“Are You Afraid of Heights?” *
When it was raining and there wasn’t “anything to do,” Mom would clear a spot on the Kitchen table AND THERE I WAS MAKING MODEL AIRPLANES. After spending many many hours cutting out the balsa, using all of mom's pins to hold the pieces together while the glue dried (sniffed it but not like some have done in recent times) I'd cover the frame with tissue paper, banana oil and dope to tighten the "skin"
The first flight was sometimes the last as most of mine didn't fly straight and true. Sometimes when "winding" up the propeller, I would wind the rubber bands too tight and either they might break or the stress was too much for the fuselage and the frame would buckle. When the ceiling of my room got too full of planes hanging from threads in all positions of simulated flight, I would launch them out the second floor window to their flaming glory.
The hobby shop always had planes beyond my budget and lots of books about planes. It was there I first saw a picture of the F4F Wildcat. I fell in love with that particular plane. I told myself that that was the plane I wanted to fly. I also wanted to fly the P-40 with the Flying Tigers or the P-38 or the P-51, but the Wildcat had the strongest appeal.
Sometime early in my senior year (1944-45), the Navy closed the pilot program so my dreams of flying the F4F Wildcat were shattered. However, by late spring of 1945, word was passed to all seniors who were interested in applying for Navy pilot training through the V-5 program to report to the auditorium at such and such time on such and such date.
AND THERE I WAS IN THE AUDITORIUM with maybe a hundred other interested fellows. (No girls showed up and probably wouldn't have been allowed to stay even if they had). I signed up and later got my parents to sign to make it official that, should I be accepted, I would be "in".
It didn’t take the Navy personnel long to weed out those who should not have made the trip to Detroit in the first place. They walked our line and asked those that obviously would not pass the physical to step out of line and sent them home that day.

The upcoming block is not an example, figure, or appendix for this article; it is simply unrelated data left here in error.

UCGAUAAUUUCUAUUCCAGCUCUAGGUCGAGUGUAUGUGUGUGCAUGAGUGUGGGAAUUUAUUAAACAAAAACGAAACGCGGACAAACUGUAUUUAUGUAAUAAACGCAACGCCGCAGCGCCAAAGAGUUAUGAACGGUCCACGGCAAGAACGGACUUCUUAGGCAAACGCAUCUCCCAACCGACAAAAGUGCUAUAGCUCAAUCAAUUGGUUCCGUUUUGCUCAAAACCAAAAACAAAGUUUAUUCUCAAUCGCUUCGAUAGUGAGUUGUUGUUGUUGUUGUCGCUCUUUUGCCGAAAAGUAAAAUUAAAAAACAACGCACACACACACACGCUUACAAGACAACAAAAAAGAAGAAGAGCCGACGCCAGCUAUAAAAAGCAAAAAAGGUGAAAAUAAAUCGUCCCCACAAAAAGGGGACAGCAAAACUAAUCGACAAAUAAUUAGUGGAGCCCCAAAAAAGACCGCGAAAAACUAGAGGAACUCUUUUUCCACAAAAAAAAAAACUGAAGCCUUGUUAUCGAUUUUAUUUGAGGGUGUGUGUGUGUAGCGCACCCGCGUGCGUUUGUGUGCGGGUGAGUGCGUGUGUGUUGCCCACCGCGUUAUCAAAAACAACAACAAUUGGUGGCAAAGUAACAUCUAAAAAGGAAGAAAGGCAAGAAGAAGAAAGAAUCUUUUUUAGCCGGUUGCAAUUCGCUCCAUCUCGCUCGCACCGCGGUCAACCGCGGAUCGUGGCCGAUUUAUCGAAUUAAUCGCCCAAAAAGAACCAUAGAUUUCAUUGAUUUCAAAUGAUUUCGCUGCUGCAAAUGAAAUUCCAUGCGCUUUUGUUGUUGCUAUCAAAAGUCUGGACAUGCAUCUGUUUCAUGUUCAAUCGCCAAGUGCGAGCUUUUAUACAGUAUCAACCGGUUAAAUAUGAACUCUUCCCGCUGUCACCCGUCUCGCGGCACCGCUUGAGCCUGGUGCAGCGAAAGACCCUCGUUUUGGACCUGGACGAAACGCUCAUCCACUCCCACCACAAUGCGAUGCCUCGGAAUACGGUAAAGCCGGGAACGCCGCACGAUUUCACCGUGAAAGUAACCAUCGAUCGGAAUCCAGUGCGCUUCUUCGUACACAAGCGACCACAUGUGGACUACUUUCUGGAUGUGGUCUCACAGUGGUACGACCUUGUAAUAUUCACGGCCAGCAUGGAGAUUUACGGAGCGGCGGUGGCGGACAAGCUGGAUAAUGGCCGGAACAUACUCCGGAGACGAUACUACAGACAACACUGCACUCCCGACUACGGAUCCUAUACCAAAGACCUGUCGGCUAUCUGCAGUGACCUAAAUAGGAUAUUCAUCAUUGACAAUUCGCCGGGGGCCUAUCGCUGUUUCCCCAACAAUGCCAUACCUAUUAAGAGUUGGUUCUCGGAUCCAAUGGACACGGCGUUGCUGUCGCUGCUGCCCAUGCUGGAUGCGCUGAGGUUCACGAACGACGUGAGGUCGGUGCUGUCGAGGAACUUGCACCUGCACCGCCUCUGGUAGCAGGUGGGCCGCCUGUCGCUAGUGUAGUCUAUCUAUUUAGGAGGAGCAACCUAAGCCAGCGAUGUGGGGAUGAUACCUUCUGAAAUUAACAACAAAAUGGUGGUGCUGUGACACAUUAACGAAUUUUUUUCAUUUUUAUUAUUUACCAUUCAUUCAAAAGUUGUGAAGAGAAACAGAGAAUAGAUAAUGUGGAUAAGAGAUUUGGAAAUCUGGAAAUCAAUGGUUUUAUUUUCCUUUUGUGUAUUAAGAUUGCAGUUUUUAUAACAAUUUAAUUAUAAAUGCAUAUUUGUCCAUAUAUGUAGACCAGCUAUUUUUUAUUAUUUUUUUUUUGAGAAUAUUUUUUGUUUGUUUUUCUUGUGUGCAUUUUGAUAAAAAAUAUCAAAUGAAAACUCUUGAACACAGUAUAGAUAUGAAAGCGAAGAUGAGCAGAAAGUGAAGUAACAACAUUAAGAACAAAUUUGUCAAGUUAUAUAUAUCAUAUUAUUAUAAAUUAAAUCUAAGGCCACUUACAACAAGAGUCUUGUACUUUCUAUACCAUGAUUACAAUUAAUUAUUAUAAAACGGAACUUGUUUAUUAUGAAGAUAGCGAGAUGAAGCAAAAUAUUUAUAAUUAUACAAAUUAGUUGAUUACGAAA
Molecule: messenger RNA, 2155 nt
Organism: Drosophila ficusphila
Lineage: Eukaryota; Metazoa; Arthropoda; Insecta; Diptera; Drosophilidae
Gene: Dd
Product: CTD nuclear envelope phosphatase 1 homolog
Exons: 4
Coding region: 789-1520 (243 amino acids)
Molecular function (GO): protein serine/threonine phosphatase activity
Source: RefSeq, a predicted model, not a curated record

I suppose by our standards and the Navy's, the physicals were very thorough. Strip to your shorts, drop your shorts, turn your head and cough, turn around, bend over and spread em, look here, poke there, say ahhh, take your temperature, blood pressure, pulse, pound your knee, thump your chest and back, listen to your heart and your breathing and then say, “I think you will live.”
If you passed the physical, the second day was the mental exams. These were quite extensive and covered just about every subject in a college prep curriculum. Following the written exam, a psychologist interviewed us individually. I was really nervous for this was something entirely new. What did this person want to know? Could I be washed out if I answered wrong? Many scenarios raced through my mind. I decided that I would try to give the answers that they wanted to hear, and hopefully, I was intelligent enough to know the difference.
The only one that I remember lying to was the question "Are you afraid of heights?" I am glad that they didn't have polygraphs in those days for I felt my heart rate change, my hands get sweaty and I got a little short of breath. Do you answer truthfully and say that you are afraid of heights and probably be rejected, for who would want a pilot who was afraid of heights or lie and say,. "Of course not,” hoping that that was the right answer.
I never found out what the correct answer was, but not long ago (in 1997) I admitted this in a social gathering with about 12 other military pilots (mostly Air Force) and to a man, they admitted having the same experience, having the same feeling and giving the same answer. I felt better.
At the end of the day, those of us who passed were sworn in the United States Navy as Apprentice Seaman, United States Naval Reserve, in the V-5 program, and were to return home and await orders.
* Flying Midshipmen LOG, winter 2010; © 2010.